Excessive noise in hospitals can adversely affect the physiological and psychological well-being of both patients and staff. Frequent sources of complaints include lack of privacy due to multiple patient beds in the same room, noise from clinical equipment (e.g., monitoring alarms, infusion pumps and respirators), and elevated noise from staff activities in larger, open work areas, says William Chu, LEED AP BD+C, senior and principal consultant, Acentech, Los Angeles, and Cambridge, Mass.

“Increased noise levels negatively impact the patient experience during a hospital stay. This might be due to the fact that excessive noise can increase patients’ heart and respiratory rates, heighten blood pressure and increase stress,” says Margi Kaminski, ASID, NCIDQ, principal and national co-director of health care interiors at CannonDesign in Chicago. “In addition, patients are often fatigued by the blast of medical alarms and do not get needed rest.”

Elevated background noise levels may impede audio communication and monitoring. “Unexpected or irrelevant noises may distract the attention of pharmacists and surgeons from medication dispensing or surgical tasks, causing medical errors and near misses,” adds Ellen Taylor, Ph.D., AIA, EDAC, vice president for research, The Center for Health Design, Concord, Calif.

Layout’s impact

Although a hospital is a healing environment, it is also a functioning one. For the patient’s safety, clinicians need to communicate, alarms need to sound, and equipment and staff must move throughout corridors. “Designers can’t eliminate activity or noise, and materials can only do so much to absorb it,” says Dawn Thornton, registered architect and senior associate, CBRE | Heery, Philadelphia. “But what they can do is design a physical environment that disperses noise, limits its duration and contains it.”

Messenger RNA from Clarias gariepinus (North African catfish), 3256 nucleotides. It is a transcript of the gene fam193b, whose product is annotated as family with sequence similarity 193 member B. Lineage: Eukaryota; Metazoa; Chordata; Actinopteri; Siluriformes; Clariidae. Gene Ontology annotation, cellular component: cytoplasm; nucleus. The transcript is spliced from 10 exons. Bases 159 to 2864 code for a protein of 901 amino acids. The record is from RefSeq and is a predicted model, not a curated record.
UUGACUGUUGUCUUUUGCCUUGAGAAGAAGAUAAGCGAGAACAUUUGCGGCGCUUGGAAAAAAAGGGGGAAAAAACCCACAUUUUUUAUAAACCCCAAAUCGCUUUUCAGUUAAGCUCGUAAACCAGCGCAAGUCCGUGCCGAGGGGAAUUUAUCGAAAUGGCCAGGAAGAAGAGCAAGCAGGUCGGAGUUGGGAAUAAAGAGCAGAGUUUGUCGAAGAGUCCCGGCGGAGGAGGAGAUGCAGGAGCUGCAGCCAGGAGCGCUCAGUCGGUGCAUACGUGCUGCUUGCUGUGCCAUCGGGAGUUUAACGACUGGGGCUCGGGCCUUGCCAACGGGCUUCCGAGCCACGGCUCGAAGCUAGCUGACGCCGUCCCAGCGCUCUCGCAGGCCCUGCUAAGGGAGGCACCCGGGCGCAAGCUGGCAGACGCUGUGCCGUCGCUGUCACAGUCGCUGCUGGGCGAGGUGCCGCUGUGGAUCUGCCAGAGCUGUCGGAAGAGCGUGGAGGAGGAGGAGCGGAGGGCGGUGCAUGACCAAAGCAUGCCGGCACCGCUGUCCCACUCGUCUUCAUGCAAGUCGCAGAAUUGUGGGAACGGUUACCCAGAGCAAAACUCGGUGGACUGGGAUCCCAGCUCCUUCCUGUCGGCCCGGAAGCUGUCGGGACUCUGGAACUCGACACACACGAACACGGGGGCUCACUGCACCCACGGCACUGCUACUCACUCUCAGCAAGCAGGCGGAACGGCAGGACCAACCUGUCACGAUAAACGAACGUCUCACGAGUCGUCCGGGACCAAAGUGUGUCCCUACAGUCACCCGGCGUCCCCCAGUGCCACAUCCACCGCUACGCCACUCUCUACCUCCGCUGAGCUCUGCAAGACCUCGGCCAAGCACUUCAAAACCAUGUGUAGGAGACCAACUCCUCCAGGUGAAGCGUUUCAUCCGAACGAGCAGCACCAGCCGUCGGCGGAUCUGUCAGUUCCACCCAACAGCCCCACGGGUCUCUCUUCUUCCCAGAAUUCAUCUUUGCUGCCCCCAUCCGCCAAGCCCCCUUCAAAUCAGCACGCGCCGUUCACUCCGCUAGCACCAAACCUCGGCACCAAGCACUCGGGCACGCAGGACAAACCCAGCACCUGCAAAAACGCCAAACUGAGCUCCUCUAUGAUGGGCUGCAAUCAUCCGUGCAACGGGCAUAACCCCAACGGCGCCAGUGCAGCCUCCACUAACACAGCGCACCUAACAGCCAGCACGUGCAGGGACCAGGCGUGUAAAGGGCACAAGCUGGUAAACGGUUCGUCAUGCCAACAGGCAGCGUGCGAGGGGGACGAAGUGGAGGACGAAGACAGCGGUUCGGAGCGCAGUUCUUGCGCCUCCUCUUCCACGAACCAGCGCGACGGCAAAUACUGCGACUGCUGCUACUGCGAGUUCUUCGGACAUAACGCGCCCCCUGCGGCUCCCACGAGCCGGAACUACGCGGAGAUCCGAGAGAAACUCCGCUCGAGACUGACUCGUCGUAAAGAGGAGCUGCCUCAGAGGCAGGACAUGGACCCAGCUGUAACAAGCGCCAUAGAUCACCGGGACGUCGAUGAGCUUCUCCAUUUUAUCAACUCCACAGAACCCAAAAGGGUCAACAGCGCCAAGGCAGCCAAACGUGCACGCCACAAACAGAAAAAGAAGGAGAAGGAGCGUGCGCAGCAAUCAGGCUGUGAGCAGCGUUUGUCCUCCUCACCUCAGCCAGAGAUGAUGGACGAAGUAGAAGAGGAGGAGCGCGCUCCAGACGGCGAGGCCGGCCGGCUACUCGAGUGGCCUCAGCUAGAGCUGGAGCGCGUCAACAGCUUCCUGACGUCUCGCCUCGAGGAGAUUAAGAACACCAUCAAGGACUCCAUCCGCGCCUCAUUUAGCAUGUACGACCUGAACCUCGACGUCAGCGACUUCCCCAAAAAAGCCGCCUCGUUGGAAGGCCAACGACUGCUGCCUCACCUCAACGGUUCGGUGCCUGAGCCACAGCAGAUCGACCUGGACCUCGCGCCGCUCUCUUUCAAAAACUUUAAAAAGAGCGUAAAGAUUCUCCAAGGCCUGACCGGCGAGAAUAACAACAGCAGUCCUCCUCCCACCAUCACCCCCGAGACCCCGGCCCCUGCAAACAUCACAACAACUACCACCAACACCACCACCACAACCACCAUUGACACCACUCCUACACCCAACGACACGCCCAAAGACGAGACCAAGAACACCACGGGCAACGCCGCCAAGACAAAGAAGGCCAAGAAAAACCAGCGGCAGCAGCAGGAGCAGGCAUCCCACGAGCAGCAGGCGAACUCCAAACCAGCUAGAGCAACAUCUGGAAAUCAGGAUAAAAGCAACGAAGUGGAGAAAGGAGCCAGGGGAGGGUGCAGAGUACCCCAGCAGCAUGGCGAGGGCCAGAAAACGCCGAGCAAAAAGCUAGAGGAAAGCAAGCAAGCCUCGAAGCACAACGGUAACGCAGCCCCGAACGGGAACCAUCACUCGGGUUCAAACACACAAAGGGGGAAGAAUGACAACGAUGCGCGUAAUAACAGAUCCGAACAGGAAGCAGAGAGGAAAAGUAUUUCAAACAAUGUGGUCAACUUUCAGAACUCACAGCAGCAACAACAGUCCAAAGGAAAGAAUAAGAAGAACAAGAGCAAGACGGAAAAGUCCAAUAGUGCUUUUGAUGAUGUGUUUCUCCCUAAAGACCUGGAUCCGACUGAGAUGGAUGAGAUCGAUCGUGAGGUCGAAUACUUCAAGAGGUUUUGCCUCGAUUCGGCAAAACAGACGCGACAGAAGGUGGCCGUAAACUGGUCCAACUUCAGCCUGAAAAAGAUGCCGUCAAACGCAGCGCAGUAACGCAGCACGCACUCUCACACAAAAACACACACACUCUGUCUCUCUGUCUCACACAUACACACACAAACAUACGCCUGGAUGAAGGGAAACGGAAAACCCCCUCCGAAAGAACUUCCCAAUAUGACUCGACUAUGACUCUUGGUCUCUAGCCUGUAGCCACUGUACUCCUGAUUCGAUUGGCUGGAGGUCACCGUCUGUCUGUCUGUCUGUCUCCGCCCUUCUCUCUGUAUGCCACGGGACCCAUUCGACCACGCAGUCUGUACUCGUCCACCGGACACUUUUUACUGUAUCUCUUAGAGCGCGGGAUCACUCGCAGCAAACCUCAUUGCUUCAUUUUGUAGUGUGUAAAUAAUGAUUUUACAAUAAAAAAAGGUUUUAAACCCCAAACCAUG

Thornton recommends providing easily accessible enclosed spaces near nurses’ stations to encourage “offstaging” communication among staff. Also, decentralized nursing stations allow nurses to respond more quickly to an alarm or nurse call. Decentralized patient support areas also minimize equipment movement in corridors.

Keeping doors closed promotes noise control as well as patient privacy. Alternatively, niches between patient rooms with vision panels enable discrete viewing. “Niches can have a counter and computer to decentralize the nursing staff; and glazing treatment can provide patient privacy, such as integral blinds or electric glass,” Thornton says.

Also, consider separating and buffering service areas with noise-generating sources (e.g., pneumatic tube stations, and hand-washing and prep areas) from open patient rooms, Chu says.

For exam and therapy areas, Kaminski advises constructing walls all the way up to the deck above, not just to the ceiling. By doing this, the space in which the ductwork runs through won’t be able to carry sound from one room to the next.

Sound blocking — using solid walls and doors between patient beds instead of soft curtains — is another strategy to reduce noise, Taylor says. They reduce sound transmission significantly between patient care areas and provide better privacy.

In a current project, Thornton designed a new 28-bed intensive care unit (ICU) for an expanding health center with universal rooms to reduce patient, staff and equipment movement. Pods containing eight rooms and four decentralized nurses’ stations were created within the unit. Each pod contains open and closed staff work areas and required patient support such as medication and nourishment as well as equipment rooms and clean and soiled holding areas. Coffee and a microwave are also available for families.

Choosing materials